Paintings Influenced by Poetry
By Richard Malinsky, Arts Editor
There is a captivating ambiguity to Cynthia Grow’s paintings that reflects her desire “to create a mood where there may not be an obvious story.” Grow is a painter who explores themes of memory, desire, and interpersonal relationships in search of the intangible. And whose work is influenced by literature and philosophy, in particular, the poetic.
It was the Catalan poet Joan Margarit who inspired the Language of The Sea series. The works share a similar compositional format and muted moody palette, and viewing them is reminiscent of reading and re-reading a poem, when each time you might discover a new interpretation on theme. These paintings are not literal interpretations of poems. Rather, they seek to capture an essence. I was particularly drawn to the stunning color variation of “I Heard Your Name Uttered…” a work that conveys her reverence toward nature.
I found the series Love Letters particularly fascinating in a very different way. It consists of a collection of edited love letters written by historical figures and famous lovers presented as pages from a book. The words alone certainly stimulate viewer interest. However, some of the words are obscured by an energetic swash of red paint, visually altering the content so that the work is elevated to a more conceptual level. The red swash, perhaps obscuring a secret passage, becomes symbolic, or as Grow may describe it, “a metaphor for the things unspoken that exist in us all.”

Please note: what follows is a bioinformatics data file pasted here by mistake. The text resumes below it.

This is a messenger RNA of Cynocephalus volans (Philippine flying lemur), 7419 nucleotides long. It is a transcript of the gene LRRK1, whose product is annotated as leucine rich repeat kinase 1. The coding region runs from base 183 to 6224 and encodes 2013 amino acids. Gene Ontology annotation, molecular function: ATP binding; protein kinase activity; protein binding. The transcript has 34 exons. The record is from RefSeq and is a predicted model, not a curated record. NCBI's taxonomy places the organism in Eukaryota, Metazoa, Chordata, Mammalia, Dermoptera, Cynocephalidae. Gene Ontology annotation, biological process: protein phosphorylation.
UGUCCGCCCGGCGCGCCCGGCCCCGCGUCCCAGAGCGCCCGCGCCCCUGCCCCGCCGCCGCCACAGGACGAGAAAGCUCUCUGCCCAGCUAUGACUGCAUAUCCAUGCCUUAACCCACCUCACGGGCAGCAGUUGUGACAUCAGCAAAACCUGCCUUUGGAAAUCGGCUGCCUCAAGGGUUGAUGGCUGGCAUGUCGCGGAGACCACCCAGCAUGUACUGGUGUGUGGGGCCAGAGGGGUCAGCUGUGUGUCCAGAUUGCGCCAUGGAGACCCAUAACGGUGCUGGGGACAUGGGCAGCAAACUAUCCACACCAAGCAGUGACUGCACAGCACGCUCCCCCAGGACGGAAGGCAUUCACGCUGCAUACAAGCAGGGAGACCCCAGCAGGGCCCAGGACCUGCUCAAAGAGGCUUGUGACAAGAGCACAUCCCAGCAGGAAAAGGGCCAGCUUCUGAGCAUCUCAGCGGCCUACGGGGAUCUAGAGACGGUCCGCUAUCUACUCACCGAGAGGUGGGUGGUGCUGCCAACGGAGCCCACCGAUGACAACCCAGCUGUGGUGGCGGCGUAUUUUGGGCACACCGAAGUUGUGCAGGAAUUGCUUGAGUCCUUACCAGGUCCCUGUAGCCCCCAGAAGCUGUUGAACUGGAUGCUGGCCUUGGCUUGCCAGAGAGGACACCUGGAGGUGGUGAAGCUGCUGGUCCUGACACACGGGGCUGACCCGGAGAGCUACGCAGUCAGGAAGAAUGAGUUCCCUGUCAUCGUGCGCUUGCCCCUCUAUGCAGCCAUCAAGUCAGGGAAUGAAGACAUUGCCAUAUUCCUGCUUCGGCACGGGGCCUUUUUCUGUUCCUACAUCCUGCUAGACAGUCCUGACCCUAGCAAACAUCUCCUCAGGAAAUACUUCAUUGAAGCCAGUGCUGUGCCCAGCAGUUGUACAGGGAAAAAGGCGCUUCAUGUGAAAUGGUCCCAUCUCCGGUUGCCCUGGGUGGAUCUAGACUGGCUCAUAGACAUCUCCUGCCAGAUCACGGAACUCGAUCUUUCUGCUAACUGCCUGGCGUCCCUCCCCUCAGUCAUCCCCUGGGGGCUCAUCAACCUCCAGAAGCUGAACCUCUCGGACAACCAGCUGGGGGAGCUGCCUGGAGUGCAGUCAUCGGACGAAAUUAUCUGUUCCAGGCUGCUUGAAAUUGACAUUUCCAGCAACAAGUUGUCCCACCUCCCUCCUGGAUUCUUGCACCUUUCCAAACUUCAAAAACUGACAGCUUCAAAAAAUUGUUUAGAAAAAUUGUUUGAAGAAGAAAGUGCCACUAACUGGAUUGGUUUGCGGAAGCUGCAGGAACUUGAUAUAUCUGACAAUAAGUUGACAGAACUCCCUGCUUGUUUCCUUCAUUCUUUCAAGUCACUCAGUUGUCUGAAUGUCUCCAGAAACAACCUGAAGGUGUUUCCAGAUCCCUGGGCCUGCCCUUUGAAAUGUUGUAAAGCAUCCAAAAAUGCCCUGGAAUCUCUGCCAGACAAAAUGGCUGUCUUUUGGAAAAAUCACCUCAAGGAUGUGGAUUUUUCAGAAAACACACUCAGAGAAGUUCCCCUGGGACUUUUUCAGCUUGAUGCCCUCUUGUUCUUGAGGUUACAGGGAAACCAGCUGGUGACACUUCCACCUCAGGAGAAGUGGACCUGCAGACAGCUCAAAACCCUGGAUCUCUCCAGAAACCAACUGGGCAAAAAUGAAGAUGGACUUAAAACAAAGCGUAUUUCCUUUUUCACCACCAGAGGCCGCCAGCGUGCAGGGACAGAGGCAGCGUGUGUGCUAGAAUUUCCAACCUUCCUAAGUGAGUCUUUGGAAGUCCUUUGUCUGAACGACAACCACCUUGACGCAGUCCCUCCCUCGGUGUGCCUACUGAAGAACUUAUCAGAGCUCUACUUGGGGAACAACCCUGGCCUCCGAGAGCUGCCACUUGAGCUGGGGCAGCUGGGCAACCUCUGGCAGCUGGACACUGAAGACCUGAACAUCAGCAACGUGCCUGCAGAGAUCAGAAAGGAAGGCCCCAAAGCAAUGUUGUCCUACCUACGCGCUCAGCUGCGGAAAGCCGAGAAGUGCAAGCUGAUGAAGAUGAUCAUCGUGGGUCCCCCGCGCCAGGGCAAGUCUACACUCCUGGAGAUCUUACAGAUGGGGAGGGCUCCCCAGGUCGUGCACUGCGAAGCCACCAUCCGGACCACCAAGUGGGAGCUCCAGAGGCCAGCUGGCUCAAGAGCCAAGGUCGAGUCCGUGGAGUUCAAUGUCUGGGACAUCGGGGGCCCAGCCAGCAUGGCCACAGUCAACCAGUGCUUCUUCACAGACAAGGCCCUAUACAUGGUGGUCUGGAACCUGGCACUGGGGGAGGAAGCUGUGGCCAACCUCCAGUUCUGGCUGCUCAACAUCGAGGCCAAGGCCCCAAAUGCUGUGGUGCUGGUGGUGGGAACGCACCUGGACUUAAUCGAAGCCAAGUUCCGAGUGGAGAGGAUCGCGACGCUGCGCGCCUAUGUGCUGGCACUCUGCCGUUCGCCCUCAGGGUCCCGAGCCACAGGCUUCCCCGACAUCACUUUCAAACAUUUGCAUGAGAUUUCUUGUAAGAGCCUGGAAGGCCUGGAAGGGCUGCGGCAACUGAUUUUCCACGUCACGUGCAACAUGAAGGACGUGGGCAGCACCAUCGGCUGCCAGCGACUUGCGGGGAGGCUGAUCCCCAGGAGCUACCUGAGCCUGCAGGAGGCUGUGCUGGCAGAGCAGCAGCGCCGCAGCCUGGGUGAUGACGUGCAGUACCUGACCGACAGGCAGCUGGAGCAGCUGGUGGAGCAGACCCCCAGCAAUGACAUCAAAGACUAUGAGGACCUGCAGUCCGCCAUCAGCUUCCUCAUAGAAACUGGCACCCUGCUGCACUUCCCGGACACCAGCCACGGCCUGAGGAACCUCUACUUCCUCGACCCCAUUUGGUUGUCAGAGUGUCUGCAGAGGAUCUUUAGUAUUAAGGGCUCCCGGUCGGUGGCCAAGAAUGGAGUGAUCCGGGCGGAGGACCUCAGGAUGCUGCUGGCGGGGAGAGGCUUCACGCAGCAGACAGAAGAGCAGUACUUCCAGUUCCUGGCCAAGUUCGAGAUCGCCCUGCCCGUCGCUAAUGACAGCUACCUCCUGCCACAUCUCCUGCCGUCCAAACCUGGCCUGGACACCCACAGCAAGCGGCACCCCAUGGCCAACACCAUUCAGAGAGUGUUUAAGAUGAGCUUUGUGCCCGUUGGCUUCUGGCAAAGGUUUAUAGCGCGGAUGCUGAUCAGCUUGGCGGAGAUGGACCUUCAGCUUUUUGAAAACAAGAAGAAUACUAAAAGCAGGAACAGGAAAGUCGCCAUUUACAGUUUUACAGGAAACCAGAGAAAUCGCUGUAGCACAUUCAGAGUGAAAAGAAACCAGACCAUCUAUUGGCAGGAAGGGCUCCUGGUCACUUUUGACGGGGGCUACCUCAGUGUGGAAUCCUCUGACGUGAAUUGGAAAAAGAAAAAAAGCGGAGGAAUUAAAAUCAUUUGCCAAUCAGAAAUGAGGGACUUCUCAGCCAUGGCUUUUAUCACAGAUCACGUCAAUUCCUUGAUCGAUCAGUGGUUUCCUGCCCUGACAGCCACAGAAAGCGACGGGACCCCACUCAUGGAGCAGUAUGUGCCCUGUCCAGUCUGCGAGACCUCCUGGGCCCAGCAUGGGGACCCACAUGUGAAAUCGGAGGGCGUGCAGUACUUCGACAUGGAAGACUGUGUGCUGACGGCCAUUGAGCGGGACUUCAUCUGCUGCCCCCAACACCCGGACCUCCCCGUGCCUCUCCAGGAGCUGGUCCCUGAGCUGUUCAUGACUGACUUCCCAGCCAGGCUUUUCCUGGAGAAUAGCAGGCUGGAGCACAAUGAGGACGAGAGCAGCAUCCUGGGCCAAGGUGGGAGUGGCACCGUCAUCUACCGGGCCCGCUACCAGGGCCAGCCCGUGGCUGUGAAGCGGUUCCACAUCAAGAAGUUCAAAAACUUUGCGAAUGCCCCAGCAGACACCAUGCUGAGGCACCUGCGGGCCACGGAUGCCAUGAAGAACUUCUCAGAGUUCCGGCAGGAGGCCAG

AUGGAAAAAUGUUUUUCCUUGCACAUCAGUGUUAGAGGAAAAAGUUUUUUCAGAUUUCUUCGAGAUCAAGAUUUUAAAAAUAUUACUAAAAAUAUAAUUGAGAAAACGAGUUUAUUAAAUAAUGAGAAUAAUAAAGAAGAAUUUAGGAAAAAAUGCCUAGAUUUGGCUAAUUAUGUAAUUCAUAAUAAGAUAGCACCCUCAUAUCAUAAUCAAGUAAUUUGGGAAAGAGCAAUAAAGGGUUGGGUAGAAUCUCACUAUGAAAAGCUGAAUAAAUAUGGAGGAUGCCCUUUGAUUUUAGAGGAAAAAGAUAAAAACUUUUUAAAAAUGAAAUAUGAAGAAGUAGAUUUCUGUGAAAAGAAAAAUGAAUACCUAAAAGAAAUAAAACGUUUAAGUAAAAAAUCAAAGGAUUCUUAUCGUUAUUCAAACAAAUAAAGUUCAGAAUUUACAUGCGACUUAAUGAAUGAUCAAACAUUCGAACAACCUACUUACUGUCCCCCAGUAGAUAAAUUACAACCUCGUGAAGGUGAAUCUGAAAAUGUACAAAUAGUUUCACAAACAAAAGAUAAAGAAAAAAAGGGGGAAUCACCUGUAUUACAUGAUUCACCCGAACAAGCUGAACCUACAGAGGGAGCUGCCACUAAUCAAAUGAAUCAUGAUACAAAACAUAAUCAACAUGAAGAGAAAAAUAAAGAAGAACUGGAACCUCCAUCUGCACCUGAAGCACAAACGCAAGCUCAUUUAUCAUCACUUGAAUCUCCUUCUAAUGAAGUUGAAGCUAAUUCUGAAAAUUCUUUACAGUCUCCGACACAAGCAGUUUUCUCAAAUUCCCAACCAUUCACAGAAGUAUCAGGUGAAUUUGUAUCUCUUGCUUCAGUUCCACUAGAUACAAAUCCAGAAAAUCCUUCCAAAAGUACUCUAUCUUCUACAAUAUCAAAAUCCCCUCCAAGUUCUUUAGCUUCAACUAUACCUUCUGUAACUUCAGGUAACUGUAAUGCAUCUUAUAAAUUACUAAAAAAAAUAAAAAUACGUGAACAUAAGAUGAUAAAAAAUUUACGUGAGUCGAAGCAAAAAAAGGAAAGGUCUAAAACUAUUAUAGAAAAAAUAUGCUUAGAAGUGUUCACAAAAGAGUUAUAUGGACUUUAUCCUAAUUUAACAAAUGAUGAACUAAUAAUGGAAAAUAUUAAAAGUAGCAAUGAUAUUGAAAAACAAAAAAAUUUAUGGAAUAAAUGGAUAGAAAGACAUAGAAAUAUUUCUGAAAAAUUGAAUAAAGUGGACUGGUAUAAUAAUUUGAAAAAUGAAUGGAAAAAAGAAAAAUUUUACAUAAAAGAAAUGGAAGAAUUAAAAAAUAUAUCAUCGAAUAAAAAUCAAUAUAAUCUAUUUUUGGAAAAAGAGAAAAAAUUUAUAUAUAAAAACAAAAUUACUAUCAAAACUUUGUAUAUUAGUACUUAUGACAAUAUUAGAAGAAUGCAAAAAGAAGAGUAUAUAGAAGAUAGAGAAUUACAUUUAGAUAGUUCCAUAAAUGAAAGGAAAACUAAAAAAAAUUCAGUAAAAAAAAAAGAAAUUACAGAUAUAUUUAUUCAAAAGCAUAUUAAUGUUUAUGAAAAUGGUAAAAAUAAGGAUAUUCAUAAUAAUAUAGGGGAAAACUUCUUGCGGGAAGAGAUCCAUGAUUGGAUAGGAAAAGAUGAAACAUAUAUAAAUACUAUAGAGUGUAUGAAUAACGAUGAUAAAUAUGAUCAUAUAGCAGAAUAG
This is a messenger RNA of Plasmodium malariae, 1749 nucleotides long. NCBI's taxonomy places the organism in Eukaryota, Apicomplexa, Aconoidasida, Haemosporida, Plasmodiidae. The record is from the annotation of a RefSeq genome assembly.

Grow’s Vespre series is based on her memory of “the ever-changing sky” when she attended vesper services at the monastery of Santa Maria de Montserrat, Catalunya, Spain. It is a reflection of her ongoing interest in Catalan identity, language, and literature. Here she returns to what I believe defines her signature style, the lyrical—moody, abstract imagery inspired by literature, cultural experience, and reflections on the natural world. The series marries language and visual art by scratching literary passages into the surface of the paintings, hand-cut local birch panels. To complete this testimonial, the dry pigments for these works were gathered from the actual fresco restoration of the abbey of the monastery.
Recording the Invisible, as well, is a series that utilizes text, and about important issues.
Unfortunately, the visuals are not as up to par as the language. I was pleased to discover this series was earlier work, as Grow now seems to have fine-tuned her quite resonate visual voice.
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